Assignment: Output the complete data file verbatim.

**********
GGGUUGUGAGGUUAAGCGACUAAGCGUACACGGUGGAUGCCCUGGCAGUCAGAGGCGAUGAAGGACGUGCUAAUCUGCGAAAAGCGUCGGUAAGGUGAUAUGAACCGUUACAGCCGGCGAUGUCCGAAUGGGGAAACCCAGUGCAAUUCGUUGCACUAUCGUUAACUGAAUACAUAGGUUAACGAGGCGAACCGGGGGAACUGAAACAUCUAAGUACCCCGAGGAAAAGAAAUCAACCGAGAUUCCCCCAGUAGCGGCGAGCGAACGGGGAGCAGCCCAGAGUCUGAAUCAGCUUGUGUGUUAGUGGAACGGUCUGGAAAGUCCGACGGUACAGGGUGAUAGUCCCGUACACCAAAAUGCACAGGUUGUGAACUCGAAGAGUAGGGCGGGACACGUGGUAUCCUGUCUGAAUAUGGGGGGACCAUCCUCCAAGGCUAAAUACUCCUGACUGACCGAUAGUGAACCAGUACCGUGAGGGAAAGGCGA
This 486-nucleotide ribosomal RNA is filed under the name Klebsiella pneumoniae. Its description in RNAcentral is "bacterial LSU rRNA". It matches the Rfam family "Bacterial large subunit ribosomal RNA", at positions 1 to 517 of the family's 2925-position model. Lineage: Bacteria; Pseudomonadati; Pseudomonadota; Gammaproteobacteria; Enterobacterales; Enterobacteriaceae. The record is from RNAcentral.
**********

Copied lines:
GGGUUGUGAGGUUAAGCGACUAAGCGUACACGGUGGAUGCCCUGGCAGUCAGAGGCGAUGAAGGACGUGCUAAUCUGCGAAAAGCGUCGGUAAGGUGAUAUGAACCGUUACAGCCGGCGAUGUCCGAAUGGGGAAACCCAGUGCAAUUCGUUGCACUAUCGUUAACUGAAUACAUAGGUUAACGAGGCGAACCGGGGGAACUGAAACAUCUAAGUACCCCGAGGAAAAGAAAUCAACCGAGAUUCCCCCAGUAGCGGCGAGCGAACGGGGAGCAGCCCAGAGUCUGAAUCAGCUUGUGUGUUAGUGGAACGGUCUGGAAAGUCCGACGGUACAGGGUGAUAGUCCCGUACACCAAAAUGCACAGGUUGUGAACUCGAAGAGUAGGGCGGGACACGUGGUAUCCUGUCUGAAUAUGGGGGGACCAUCCUCCAAGGCUAAAUACUCCUGACUGACCGAUAGUGAACCAGUACCGUGAGGGAAAGGCGA
This 486-nucleotide ribosomal RNA is filed under the name Klebsiella pneumoniae. Its description in RNAcentral is "bacterial LSU rRNA". It matches the Rfam family "Bacterial large subunit ribosomal RNA", at positions 1 to 517 of the family's 2925-position model. Lineage: Bacteria; Pseudomonadati; Pseudomonadota; Gammaproteobacteria; Enterobacterales; Enterobacteriaceae. The record is from RNAcentral.